How pre-retirees can transition to a bucket strategy

New portfolio bucketers need to take their own portfolio spending, tax situations and risk appetites into account.

Christine Benz 10 August, 2018 | 5:00PM

The bucket approach to retirement portfolio withdrawals is not a one-size-fits-all solution. Because bucketing revolves around setting aside your near-term cash in something pretty liquid, your portfolio withdrawal amounts are the big determinant of how much to put in each bucket. A retiree with a higher spending rate will necessarily have more in safe securities than one who's taking extremely modest withdrawals.

Moreover, the tax character of your investments--and the sequence with which you'll tap those various pools of assets in retirement--will play a big role in how you asset-allocate those subportfolios. The account(s) that you'll tap for your ongoing cash needs should hold a healthy component of cash (that's what the bucket strategy is about, after all), whereas assets you'll hold later should be positioned more aggressively.

Finally, you shouldn't need to reinvent the wheel when it comes to your holdings in order to implement a bucket strategy. Unless you're planning a major overhaul of your portfolio for some other reason--for example, you'd like to switch from actively managed funds to index exchange-traded funds--you shouldn't need to start from scratch when adopting a bucket approach. Making changes can be costly and trigger a tax bill, so it's healthy to view bucketing as a gradual transition rather than a radical transformation.

If you're getting ready to retire or already retired and in drawdown mode, here are the key steps to take when transitioning your own pre-retirement portfolio to a bucket strategy.

(1) Take stock of starting allocations.

Start the process by getting a baseline read of all of your assets in aggregate. What's the asset allocation of your total portfolio? What are the asset allocations of each of your sub-portfolios? And crucially, if you're implementing a bucket strategy, how much cash do you have on hand?

You can view your long-term portfolio's asset allocation using the X-Ray view within Portfolio Manager, which provides a read on your starting portfolio's actual asset allocation. You can save the portfolio and refer to it on an ongoing basis.

My preferred method of monitoring portfolios on is to maintain discrete portfolios for each major account type--for example, create separate portfolios for your RRSP or RRIF, TFSA and taxable holdings. That enables you to view the asset allocation of each of these sub-portfolios, which is important when you're in drawdown mode and withdrawing from some of your asset pools while leaving other assets for later. You can then use the "Combine" feature (under the "Create" tab in the main navigation bar of Portfolio Manager) to create an aggregate view of your portfolio. That step saves each of your sub-portfolios rather than overrides them.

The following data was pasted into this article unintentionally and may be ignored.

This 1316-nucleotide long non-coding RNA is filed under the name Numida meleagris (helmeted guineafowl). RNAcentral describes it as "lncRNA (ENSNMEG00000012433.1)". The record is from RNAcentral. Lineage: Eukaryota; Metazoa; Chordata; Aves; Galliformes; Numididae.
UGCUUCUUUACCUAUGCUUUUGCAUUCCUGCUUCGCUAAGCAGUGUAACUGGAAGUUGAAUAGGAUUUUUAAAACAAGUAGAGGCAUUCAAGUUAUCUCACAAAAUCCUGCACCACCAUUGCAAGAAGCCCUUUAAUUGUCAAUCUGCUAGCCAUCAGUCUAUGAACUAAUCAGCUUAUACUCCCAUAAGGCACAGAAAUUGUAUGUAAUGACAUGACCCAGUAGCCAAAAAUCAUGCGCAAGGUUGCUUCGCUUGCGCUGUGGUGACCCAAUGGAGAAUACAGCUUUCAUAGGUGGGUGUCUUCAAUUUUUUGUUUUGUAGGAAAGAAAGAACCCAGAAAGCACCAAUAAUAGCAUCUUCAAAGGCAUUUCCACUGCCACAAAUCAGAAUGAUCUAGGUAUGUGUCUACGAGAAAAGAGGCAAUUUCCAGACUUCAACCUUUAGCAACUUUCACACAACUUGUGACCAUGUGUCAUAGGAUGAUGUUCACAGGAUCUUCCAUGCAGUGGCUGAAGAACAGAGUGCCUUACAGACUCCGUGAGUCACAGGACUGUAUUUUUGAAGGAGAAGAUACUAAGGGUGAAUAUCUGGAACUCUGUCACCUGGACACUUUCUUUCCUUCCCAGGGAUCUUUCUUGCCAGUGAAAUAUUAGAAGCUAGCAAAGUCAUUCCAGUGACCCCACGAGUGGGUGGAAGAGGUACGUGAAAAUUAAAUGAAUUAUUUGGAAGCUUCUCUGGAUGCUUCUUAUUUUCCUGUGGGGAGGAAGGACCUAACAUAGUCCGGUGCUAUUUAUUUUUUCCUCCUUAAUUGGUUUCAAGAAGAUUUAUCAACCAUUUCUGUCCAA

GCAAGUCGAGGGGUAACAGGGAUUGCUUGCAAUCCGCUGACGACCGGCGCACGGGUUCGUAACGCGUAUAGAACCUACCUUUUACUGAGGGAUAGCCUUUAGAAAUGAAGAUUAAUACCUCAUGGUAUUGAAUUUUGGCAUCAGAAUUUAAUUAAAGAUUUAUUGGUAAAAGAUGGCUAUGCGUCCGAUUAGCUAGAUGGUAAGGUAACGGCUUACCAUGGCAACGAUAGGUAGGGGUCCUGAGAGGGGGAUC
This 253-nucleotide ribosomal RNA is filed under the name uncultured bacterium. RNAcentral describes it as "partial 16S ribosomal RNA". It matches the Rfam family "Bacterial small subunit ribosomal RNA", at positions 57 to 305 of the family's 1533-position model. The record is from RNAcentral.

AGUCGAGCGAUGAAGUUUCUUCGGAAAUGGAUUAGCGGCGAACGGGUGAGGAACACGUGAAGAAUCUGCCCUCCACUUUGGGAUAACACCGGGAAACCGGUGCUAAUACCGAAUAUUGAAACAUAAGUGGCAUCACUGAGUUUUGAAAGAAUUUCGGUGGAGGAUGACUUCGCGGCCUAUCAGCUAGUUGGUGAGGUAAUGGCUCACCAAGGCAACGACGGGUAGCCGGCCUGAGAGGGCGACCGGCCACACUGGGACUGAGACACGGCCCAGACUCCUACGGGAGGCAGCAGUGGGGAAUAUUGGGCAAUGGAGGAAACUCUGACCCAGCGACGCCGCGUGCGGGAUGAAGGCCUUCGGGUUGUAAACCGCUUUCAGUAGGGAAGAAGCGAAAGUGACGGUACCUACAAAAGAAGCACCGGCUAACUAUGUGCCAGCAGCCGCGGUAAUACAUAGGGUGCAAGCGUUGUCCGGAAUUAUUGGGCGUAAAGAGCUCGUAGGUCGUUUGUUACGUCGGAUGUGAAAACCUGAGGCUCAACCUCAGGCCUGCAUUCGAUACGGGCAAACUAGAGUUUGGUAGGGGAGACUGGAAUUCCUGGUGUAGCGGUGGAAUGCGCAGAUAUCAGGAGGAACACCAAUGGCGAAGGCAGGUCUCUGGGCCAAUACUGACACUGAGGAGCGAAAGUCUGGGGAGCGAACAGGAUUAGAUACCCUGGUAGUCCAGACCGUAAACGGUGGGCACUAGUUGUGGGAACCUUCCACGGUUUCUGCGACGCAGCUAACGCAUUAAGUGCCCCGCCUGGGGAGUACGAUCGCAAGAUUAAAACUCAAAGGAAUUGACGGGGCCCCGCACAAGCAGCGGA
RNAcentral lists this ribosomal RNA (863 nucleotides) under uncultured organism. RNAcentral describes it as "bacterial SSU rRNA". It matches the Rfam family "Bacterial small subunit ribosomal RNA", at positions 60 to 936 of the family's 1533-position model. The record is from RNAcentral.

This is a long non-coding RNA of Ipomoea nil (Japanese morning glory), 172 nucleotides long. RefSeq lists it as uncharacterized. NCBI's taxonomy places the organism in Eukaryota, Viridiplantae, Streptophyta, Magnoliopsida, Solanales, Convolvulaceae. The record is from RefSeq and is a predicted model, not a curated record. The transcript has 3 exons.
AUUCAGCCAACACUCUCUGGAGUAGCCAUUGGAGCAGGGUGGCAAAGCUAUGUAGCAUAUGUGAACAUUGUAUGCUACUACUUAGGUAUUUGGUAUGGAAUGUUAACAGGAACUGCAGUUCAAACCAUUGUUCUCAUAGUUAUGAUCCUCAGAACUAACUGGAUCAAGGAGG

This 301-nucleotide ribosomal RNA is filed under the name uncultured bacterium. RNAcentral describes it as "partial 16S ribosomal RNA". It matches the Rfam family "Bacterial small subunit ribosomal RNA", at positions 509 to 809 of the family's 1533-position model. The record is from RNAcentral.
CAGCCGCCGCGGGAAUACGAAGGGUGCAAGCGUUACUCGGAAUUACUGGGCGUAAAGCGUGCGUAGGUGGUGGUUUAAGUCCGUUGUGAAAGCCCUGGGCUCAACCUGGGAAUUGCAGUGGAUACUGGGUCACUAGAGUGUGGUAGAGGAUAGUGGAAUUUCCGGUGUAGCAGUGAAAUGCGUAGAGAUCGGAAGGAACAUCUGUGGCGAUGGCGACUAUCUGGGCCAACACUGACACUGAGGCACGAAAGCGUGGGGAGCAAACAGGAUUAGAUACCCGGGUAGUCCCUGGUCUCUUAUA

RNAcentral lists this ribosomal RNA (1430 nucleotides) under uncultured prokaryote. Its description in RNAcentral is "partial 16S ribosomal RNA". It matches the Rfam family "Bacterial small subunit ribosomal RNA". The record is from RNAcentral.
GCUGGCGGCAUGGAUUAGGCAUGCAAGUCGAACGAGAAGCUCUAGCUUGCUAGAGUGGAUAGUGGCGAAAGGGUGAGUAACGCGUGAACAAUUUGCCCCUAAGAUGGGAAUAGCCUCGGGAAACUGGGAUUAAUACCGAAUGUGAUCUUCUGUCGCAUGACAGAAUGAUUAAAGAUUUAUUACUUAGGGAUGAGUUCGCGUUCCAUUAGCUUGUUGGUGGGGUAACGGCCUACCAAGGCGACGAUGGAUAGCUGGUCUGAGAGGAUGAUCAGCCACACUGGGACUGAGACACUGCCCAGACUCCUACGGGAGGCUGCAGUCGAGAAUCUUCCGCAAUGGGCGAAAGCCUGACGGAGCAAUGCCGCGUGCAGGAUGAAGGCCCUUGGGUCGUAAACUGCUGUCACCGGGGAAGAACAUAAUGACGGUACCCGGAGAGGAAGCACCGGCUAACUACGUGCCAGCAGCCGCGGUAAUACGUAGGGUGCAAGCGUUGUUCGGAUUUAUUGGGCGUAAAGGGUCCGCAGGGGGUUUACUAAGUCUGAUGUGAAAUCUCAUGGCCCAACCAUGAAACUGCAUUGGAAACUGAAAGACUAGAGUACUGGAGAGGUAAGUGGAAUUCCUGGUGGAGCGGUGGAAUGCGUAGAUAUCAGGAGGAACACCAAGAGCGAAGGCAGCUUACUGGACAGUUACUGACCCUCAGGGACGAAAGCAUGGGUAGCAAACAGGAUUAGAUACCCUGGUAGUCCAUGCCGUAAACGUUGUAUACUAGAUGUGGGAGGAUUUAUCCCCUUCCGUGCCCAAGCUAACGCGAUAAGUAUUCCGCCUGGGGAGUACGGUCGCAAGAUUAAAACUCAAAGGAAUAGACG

X-Ray will show you how much cash you have on hand, but it combines any stand-alone cash holdings you've entered with residual cash in your long-term holdings. For that reason, it makes sense to hand-calculate your starting cash values, thereby removing any residual cash holdings in your long-term mutual funds from the equation. Total up all cash assets that you hold in money market funds, online savings accounts, GICs and chequing and savings accounts.

(2) Set a target for your asset allocation based on your spending needs.

Armed with your starting asset allocation, the next step is to think through what your asset allocation should look like, based on your proximity to spending from your portfolio. Assets that you expect to spend soon should go into investments where you have a high probability of earning a positive return over your short time horizon; for my money, that's cash. Assets for which you have a slightly longer horizon can go into high-quality bonds, and assets that you won't need to touch for many years can go into stocks. (You could take money out of stocks earlier, especially if they've appreciated a lot, but having such a long time horizon helps ensure that you'd never have to sell any stocks under duress.)

To arrive at a target allocation based on your expected spending horizon, start with your total annual in-retirement income needs (on a take-home, after-tax basis). Then subtract any non-portfolio income (government benefits, a pension) that you expect to receive in retirement. The amount that's left over is your Year 1 portfolio withdrawal. If you'll be withdrawing most of your portfolio spending from your tax-deferred accounts, you'll need to "gross up" your desired spending by your tax rate. For example, if you'll need $36,000 a year on an after-tax basis, you have an effective tax rate of 22%, and you'll be taking that whole withdrawal from a RRIF, you'd need to withdraw about $46,000 to arrive at your income needs on an after-tax basis ($36,000 X (1 / 0.78) = $46,153).

Assuming your desired withdrawals are sustainable (and be sure to quadruple-check that; read this if you're not sure), you can use that annual spending amount to structure your portfolio. I've typically recommended six months' to two years' worth of living expenses in cash investments, but the opportunity cost of cash seems incredibly low right now. If retirees would like to nudge their cash holdings up to three years' worth of portfolio withdrawals, I wouldn't quibble. Compare your target cash holdings with your current cash holdings to see if you need to add or subtract there. For most pre-retirees, this is the key area where portfolios will need adjusting in order to conform to a bucket strategy. If it turns out you need to add to cash, selling highly appreciated equity securities is a logical place to start.